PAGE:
Soundbreaking: Schedule on THIRTEEN

Christina Knight | November 10, 2016

SoundbreakingPoster800wTHIRTEEN begins airing the series Soundbreaking on Monday, November 14 at 9pm with back-to-back episodes. The schedule on THIRTEEN breaks from the national PBS broadcast in a few ways, so here are the full details on when to watch what on THIRTEEN, the PBS station for the metropolitan region surrounding New York City (includes parts of New Jersey, parts of upstate New York, and parts of Connecticut).

Soundbreaking Schedule at a Glance

Monday, November 14 9-11pm: Episodes 1 and 2
Wednesday, November 16 10pm: Episode 3
Friday, November 18 9-11pm: Episodes 4 and 5
Monday, November 21 10pm: Episode 6
Tuesday, November 22 10pm: Episode 7
Wednesday, November 23 10pm: Episode 8

Monday, November 14

Episode 1 of Soundbreaking: The Art of Recording (9pm)

How does a music producer turn an artist’s vision into a hit? A close look at three producers.

    • George Martin and his work with the Beatles at Abbey Road.
      Interviews: Ringo Starr, George Martin, Brian Eno, Giles Martin, Rick Rubin, Tony Visconti
      Songs: “Please Please Me,” “Yesterday”, “Eleanor Rigby”
    • Dr. Dre, the most influential producer in hip hop.
      Interviews: Questlove, Jimmy Iovine, RZA, Q Tip, Dr. Luke
      Songs: “Nuthin But a G Thang”
    • Rick Rubin revitalized the career of Johnny Cash in the 1990s.
      Interviews: Rick Rubin, Johnny Cash (archive), Rosanne Cash, Tom Petty
      Songs: “Rusty Cage”, “I Don’t Hurt Anymore”

Dr.Dre at Coachella

Dr. Dre at Coachella Valley Music and Arts Festival 2012. Photo by Jason Persse.

Episode 2 of Soundbreaking: Painting with Sound (10pm)

The recording studio itself effectively became an instrument and gave rise to sounds that could never be reproduced live. Beginning with the advent of magnetic tape and multi-tracking technology, episode 2 charts the evolution of multi-track recording.

    • George Martin and the Beatles’ work in the recording studio changes pop music forever.
      Interviews: George Martin, Ringo Starr, Paul McCartney, Elton John, Brian Eno, Tom Petty, Rick Rubin, Tony Visconti, Nigel Godrich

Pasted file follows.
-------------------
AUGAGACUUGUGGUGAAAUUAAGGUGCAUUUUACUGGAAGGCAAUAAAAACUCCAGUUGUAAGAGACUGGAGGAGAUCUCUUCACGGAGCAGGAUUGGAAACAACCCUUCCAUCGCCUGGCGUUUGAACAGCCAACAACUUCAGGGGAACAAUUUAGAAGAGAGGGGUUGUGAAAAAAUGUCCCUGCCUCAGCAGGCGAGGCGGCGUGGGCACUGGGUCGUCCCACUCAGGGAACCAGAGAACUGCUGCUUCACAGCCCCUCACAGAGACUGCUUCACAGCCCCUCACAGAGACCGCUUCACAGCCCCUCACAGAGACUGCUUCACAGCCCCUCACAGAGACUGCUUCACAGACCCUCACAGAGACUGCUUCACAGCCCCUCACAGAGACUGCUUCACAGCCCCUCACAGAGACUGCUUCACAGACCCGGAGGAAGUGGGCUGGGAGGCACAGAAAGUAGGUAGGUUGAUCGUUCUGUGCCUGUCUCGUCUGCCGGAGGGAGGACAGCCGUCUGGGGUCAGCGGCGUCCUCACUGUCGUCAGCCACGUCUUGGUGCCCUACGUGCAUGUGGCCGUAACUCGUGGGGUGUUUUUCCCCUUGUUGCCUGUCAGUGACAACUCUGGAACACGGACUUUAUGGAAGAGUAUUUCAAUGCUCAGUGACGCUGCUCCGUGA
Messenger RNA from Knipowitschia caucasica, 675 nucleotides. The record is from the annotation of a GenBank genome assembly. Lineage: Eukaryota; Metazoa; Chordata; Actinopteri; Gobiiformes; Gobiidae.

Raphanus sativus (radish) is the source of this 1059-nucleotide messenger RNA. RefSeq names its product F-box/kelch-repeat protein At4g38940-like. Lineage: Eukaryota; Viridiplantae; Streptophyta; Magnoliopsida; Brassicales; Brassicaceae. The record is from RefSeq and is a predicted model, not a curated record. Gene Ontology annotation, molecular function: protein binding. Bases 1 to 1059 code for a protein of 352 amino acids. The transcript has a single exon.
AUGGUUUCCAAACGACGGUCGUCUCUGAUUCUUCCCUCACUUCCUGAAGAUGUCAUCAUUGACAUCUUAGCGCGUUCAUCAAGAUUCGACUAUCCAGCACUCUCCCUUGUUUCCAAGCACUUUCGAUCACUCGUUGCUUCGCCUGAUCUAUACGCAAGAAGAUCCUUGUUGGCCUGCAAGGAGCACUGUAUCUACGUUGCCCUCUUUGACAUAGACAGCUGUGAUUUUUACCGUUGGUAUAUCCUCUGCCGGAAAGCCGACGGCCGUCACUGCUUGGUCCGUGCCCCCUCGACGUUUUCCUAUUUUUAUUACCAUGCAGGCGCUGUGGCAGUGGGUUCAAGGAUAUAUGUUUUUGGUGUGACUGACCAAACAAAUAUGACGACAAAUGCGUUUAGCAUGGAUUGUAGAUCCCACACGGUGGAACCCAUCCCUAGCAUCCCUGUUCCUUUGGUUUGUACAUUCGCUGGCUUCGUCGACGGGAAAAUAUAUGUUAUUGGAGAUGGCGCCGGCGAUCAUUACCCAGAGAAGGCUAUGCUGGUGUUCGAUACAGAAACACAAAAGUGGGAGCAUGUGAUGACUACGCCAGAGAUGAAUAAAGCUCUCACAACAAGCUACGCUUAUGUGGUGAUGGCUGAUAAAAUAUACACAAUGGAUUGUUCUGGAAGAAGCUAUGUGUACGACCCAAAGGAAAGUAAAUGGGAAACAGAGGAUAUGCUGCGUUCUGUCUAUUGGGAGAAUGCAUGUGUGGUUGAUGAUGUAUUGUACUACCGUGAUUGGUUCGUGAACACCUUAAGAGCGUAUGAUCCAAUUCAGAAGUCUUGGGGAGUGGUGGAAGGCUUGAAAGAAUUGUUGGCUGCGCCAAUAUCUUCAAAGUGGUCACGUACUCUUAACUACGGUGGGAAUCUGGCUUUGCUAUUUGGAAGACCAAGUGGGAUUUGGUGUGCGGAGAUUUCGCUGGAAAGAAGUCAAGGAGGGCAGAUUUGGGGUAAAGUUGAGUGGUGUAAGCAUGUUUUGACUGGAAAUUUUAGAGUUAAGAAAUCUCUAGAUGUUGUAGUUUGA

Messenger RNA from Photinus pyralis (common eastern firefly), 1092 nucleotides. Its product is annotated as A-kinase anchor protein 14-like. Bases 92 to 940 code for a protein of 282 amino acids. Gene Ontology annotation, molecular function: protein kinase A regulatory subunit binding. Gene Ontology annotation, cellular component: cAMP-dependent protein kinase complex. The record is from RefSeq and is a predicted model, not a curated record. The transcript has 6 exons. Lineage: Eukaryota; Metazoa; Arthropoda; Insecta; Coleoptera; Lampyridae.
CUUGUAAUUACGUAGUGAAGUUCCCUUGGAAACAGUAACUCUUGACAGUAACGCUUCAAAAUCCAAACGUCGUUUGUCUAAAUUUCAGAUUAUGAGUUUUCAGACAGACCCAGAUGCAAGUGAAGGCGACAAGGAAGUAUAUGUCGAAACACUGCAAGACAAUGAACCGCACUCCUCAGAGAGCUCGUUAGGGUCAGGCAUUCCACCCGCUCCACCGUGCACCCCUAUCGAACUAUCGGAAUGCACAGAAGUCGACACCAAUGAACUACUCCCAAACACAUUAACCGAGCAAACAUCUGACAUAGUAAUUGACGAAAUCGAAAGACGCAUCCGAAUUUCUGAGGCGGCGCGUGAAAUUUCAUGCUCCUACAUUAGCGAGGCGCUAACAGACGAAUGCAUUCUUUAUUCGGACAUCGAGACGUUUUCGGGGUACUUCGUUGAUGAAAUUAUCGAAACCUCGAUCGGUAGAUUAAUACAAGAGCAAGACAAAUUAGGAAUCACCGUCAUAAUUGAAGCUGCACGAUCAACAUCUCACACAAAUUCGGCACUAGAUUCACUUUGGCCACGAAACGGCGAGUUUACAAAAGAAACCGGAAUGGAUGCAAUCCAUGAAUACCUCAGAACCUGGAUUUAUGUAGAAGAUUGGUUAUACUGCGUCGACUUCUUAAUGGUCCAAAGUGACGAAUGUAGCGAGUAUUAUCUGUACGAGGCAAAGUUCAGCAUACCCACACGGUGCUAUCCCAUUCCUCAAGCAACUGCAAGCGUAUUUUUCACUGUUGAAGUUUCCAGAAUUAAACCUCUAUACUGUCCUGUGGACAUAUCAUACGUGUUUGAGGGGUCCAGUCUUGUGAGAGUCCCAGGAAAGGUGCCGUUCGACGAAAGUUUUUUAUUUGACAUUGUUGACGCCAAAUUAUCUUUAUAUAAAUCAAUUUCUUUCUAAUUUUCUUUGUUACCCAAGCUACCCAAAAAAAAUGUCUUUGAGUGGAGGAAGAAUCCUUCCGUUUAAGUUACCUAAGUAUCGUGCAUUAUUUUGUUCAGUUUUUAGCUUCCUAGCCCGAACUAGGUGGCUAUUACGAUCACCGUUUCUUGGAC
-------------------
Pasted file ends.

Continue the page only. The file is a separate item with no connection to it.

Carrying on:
Songs: “I Saw Her Standing There,” “Rain” “Tomorrow Never Knows”, “Within You Without You” “A Day in the Life”
    • Brian Wilson takes the Beach Boys to new heights with “Pet Sounds.”
      Interviews: Don Was, Hal Blaine, Carol Kaye, Paul McCartney
      Songs: “Good Vibrations”, “God Only Knows”, “Wouldn’t It Be Nice”
    • The Eurythmics talk about recording their first album at home on a simple analog machine.
      Interviews: Dave Stewart, Annie Lennox
      Songs: “Who’s That Girl”, “Love is a Stranger”
    • Beck, Bon Iver, St. Vincent, Tune-Yards, and Nigel Godrich, producer of Radiohead, talk about recording in the digital age.
      Songs: “Loser,” by Beck, “Bizness” by tUnE-yArDs, “Lotus Flower” and “Give up the Ghost” by Radiohead

Wednesday, November 16

Episode 3 of Soundbreaking: The Human Instrument (10pm)

Featuring rare studio footage of some the world’s most renowned vocalists––from blues divas to suave crooners to rock star screamers––the show considers the gamut of tricks and techniques that can both enhance and alter the human voice, and explores the ineffable emotional quality that makes a vocal track truly great.

    • Producer Paul Epworth talks about recording Adele’s hit “Rolling in the Deep.”
    • Amy Winehouse’s unique voice and how it was captured in the studio.
      Interviews: Mark Ronson, Ben Harper, Annie Lennox
      Songs: “Valerie” and “Rehab” by Amy Winehouse
    • The use of Auto-tune and vocal manipulation by artists like Kanye West, Roger Troutman, and Cher.
      Interviews: Ben Harper, Linda Perry
      Songs: “Love Lockdown” (K. West), “Believe” (Cher)